‘Writing is my normal’: How to stay resilient and become the glue for communities in crisis
The National Press Club Journalism Institute hosted a virtual Q&A Wednesday with writers Connie Schultz and Jon Mooallem to discuss how storytelling builds community during difficult times.
Throughout the 30-minute conversation, Schultz and Mooallem answered questions ranging from what inspires them to how to avoid writer’s block and the role writing can play during the COVID-19 pandemic.
“Writing is my normal,” Schultz said. “If I can get myself in the chair, it seems to help me feel like I’m still doing what I’m meant to do.”
The event is part of a series of community conversations about covering the pandemic called “Writing Through.” It was moderated by Jim Kuhnhenn, the press freedom fellow at the National Press Club Journalism Institute.
Schultz and Mooallem said journalists are the links that connect people with information during times of uncertainty. Mooallem’s most recent book explores the devastating effects of the 1964 Alaska earthquake and the journalist, Genie Chance, who helped put the community back together.
“Having reliable information and having honest information… became the glue that held people together,” he said.
Both writers were adamant that journalists can never have too much information heading into the writing process. They emphasized that believing in yourself is the most important step.
“The first person who needs to acknowledge that you are a writer is you,” Schultz said. “The biggest challenge for any writer is to believe you are a writer.”
Among their other insights:
In a time of crisis, somebody needs to tell the story
Mooallem: One wrinkle of the [earthquake] story which I did not really understand going into it was the way that having reliable information and having honest information, having reporters there telling the community what was happening and what needed to be done, really became like a glue that held people together.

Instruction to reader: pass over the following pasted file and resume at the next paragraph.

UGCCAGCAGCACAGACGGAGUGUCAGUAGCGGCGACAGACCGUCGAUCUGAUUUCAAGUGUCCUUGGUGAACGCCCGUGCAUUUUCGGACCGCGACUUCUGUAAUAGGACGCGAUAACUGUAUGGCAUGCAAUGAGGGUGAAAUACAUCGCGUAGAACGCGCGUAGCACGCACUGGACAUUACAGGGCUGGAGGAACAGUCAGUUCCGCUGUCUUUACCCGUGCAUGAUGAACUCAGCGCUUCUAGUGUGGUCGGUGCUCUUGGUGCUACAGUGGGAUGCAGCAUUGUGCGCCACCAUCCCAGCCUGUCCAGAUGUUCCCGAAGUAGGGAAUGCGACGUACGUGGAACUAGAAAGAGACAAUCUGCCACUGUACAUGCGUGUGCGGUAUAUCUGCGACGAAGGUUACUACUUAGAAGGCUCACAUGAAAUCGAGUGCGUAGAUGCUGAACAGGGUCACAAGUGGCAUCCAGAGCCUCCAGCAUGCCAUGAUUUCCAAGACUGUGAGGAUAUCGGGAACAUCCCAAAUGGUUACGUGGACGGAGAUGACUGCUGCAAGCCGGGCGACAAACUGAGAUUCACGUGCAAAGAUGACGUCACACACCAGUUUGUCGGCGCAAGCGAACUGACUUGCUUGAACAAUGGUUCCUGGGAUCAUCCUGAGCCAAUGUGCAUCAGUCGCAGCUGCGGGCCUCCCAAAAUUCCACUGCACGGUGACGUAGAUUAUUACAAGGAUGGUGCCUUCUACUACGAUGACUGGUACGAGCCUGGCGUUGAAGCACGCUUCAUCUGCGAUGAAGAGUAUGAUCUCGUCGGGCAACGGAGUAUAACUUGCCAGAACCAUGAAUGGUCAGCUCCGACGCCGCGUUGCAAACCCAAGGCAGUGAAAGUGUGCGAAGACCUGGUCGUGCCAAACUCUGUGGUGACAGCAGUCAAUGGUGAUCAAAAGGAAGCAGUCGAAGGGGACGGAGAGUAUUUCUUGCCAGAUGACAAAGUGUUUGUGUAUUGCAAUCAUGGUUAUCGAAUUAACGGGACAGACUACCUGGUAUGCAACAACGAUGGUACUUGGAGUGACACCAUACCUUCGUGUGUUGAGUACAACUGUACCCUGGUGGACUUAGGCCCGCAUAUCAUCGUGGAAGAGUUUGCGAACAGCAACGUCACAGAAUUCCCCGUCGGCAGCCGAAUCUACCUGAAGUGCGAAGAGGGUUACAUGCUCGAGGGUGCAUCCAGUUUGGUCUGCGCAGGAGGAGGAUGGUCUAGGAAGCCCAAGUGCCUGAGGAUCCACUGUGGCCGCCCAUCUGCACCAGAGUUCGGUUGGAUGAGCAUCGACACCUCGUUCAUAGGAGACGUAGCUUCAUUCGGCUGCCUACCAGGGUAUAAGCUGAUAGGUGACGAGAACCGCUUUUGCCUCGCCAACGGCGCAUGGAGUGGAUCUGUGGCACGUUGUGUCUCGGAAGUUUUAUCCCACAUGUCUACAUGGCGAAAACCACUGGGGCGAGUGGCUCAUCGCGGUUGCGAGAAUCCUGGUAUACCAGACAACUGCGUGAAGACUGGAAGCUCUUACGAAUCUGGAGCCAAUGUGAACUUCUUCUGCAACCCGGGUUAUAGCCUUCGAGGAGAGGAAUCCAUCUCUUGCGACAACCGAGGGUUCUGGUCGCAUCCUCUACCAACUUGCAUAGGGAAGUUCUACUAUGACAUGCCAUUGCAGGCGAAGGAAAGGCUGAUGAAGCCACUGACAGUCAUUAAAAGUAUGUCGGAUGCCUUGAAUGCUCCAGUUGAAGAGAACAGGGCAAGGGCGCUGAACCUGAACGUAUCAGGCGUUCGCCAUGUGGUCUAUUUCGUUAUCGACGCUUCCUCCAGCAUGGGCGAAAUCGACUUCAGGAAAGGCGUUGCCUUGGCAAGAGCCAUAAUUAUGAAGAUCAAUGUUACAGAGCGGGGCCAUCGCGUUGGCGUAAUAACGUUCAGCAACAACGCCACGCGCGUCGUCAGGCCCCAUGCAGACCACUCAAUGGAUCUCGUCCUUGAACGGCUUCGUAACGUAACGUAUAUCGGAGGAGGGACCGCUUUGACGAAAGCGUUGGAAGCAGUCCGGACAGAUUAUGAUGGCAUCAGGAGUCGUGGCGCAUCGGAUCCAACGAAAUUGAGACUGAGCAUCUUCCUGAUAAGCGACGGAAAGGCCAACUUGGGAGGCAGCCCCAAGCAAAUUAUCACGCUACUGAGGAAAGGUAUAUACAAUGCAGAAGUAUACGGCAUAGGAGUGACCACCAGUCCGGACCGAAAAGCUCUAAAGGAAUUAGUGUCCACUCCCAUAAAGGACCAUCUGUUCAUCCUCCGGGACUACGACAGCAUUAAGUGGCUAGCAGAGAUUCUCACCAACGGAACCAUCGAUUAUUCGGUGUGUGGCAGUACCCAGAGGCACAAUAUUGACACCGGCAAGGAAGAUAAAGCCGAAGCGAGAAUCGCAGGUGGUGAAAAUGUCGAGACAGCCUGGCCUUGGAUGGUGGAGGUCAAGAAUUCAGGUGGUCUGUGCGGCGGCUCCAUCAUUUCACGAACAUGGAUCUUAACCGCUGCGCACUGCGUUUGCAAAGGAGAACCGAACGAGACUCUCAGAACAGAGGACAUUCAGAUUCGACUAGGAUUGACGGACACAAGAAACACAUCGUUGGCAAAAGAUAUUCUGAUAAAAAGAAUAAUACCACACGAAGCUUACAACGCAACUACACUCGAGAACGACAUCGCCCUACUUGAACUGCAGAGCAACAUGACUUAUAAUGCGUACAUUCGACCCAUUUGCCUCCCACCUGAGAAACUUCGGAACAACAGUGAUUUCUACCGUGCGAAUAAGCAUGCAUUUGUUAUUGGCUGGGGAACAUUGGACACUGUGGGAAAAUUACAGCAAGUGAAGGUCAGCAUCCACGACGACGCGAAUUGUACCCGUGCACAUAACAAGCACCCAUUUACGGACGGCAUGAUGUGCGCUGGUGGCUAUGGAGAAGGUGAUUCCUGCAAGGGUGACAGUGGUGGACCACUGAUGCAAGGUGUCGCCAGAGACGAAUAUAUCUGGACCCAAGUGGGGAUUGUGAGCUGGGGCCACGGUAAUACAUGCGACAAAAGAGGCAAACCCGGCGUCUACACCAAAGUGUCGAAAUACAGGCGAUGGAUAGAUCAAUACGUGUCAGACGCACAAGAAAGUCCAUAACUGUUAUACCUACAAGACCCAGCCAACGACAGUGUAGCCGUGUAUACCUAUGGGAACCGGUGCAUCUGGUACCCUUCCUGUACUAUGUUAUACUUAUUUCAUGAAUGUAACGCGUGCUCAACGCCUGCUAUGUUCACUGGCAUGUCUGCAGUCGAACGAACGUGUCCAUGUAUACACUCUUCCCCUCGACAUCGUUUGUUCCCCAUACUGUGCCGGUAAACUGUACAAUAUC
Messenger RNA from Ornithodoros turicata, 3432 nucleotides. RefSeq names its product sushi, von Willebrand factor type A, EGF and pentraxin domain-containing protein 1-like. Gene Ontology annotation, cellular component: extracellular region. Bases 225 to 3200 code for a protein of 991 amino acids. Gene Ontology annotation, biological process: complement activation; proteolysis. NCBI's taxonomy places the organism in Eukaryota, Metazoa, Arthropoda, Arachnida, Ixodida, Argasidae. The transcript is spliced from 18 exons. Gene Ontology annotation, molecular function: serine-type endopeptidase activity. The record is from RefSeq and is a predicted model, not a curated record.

We need that kind of communication. We’re seeing a real lack of it now, I think, which causes a lot of confusion and uncertainty and fear. And we need those people to feel like the civilians of the general population can be trusted to know what’s happened.
Schultz: The process of writing helps us figure out what we’re feeling and thinking in the moment… I also know the value of interviewing others…including grandparents who you can’t see, siblings, loved ones. Interviewing them is good for you, because it keeps you finely tuned to the world around you, what people are thinking and feeling, and it’s wonderful for them because seldom does anyone ask what they’re thinking or how they feel. And there’s an honor in that as well. And that’s what I would encourage right now in terms of the resilience of a community and using writing to help with that, because… who tells this history? Who will be the storytellers this time. And you may think we’ll never forget this moment. We’ll remember the history of it, but we won’t always remember how we felt in that moment
Look for an emotion that motivates the people you write about
Schultz: I would say fear is one of the things that most intrigues me, because fear is always about something else. … So much of what has intrigued me over time is what makes people afraid. And can we get to the other layers of that so that we can, first of all, understand that better. And secondly, perhaps to silence it somewhat in ourselves to live our bigger lives.